A Very Late-Night Emergency Clutch Repair

Jun 26, 2006

RAY: This was one of those puzzlers that I had to rework a little. Well, more than a little, I guess. A lot. A whole lot. It's from Jeff Sager. Here it is:

A buddy and I were out late one night. It was so late in fact, that when we got back to the parking lot, my car was the only one still there. At the time, I was driving an otherwise very reliable Honda Accord. As I was preparing to start the engine, I stepped on the clutch pedal and it sank to the floor. I could start the car in neutral, but there was no way to shift it with the engine running.

The fluid in the clutch master cylinder had been leaking out slowly. I'd been meaning to get it fixed, but I just didn't have any time. I'd been topping off the reservoir with a can of brake fluid that I had in the trunk every two weeks or so, and I guess I just forgot. So, I opened the trunk, while I reassured my friend that just a few ounces of fluid, a few quick pumps of the clutch pedal to remove the air in the system, and we'd be back on the road.

Well, I found my can of fluid alright, but it was bone dry. I guessed that I must have left the cap loose. Desperate, I started rummaging through the contents of my trunk. I found the usual stuff: a jack, a spare tire, a deflated football, my high-school diploma, a picture of my mother-in-law, a can of oil, some antifreeze and a jug of water.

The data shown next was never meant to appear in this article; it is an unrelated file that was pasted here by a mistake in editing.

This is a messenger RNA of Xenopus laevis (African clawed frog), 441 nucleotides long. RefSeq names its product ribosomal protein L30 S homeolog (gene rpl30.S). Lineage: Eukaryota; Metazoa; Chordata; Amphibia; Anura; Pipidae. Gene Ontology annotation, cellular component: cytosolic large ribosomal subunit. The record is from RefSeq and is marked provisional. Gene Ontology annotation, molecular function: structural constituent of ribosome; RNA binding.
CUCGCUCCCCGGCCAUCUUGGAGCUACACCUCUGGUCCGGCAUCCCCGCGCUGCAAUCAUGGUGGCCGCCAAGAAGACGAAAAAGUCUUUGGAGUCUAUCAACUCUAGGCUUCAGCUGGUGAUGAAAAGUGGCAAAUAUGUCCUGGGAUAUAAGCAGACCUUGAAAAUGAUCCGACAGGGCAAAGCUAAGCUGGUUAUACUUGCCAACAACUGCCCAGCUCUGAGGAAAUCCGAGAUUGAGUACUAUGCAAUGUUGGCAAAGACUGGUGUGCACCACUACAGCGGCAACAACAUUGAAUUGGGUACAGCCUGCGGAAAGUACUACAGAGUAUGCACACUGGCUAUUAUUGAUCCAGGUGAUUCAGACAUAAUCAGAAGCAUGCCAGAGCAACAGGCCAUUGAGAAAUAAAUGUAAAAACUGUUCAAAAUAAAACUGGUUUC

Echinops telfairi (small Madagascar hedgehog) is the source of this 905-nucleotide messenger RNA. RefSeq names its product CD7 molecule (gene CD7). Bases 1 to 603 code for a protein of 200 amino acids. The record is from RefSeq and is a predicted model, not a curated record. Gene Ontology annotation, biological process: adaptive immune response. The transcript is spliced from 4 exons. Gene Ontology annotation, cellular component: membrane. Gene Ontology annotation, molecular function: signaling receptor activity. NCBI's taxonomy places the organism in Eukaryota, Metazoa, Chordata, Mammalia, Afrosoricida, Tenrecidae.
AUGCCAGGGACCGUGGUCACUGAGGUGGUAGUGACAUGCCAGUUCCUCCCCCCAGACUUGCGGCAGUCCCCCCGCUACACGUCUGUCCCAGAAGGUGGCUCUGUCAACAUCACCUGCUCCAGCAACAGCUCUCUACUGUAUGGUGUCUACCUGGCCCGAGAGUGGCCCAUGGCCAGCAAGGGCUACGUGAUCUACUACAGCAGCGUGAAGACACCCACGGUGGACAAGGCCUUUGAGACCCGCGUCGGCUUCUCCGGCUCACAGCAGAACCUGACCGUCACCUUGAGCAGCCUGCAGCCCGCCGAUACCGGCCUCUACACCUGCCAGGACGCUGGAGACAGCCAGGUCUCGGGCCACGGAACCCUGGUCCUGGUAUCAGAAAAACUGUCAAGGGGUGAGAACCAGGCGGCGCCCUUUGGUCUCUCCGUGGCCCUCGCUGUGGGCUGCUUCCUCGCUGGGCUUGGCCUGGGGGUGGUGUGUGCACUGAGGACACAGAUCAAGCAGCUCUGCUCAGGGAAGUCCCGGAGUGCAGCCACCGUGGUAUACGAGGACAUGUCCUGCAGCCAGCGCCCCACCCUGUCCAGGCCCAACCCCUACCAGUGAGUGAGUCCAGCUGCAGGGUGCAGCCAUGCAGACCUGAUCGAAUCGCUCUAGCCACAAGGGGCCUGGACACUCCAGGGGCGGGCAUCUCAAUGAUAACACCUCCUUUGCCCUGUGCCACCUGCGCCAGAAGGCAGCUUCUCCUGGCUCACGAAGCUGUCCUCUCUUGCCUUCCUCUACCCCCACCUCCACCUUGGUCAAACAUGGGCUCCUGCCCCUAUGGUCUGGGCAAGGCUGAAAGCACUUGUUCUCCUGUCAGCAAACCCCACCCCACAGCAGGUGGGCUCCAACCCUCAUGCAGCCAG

I knew I couldn't use any of those things, especially the liquids, as I was afraid they would contaminate the fluid that hadn't yet leaked out and do damage to the other rubber parts and seals that were still okay in the clutch system.

What to do? I tried scaring the thing back into working by flashing the picture of my mother-in-law but that didn't work. Just then, I noticed that my pal was jumping from one foot to the next, kind of like what little kids do when they have to go.

I said, 'What's the problem?'

He said, 'I have to go!' He started looking for a nearby bush.

Well, rather than risk arrest, and having our wives even angrier, I directed him to an all-night burger joint across the road. I stood there, hood and mouth agape, and pondered my fate.

Ten minutes later, my friend returned with a spring in his step and something in his hand, claiming that what he was carrying would solve our problem and get us home.

What was he holding and how did it work? And, no he didn't pee into the cup.

Here's a hint: He didn't buy anything.
Answer: 
RAY: Remember that I mentioned that the brakes and the clutch use the same fluid?

What he brought back from the restaurant was a soda straw. He placed the straw in the brake fluid reservoir, put his finger on the end, and took the straw out. He moved it over to the clutch master cylinder, took his finger off and the fluid dripped into the cylinder.

TOM: He did that a couple of times, and he was good to go!

RAY: Right. And, that's not enough so that the brakes don't work, unless you are out of brake fluid.

TOM: In which case, you're really in trouble.

RAY: Do we have a winner?

TOM: We certainly do. The winner is Michael Tillman from Glen Rock, New Jersey. And for having his answer selected at random from among all the correct answers that we got, Michael is going to get a 26-dollar gift certificate to the Shameless Commerce Division at Car Talk.com, with which he can get a set of Car Talk lackey mugs. These are mugs that are covered with the names of people from our credits.

RAY: Like the guy who runs our single mothers' support group, Erasmus B. Dragon?

TOM: Yeah, and our marriage counselor, Marion Haste. There are different names on every mug. It'll give you and your guests something to read when you run out of things to talk about.

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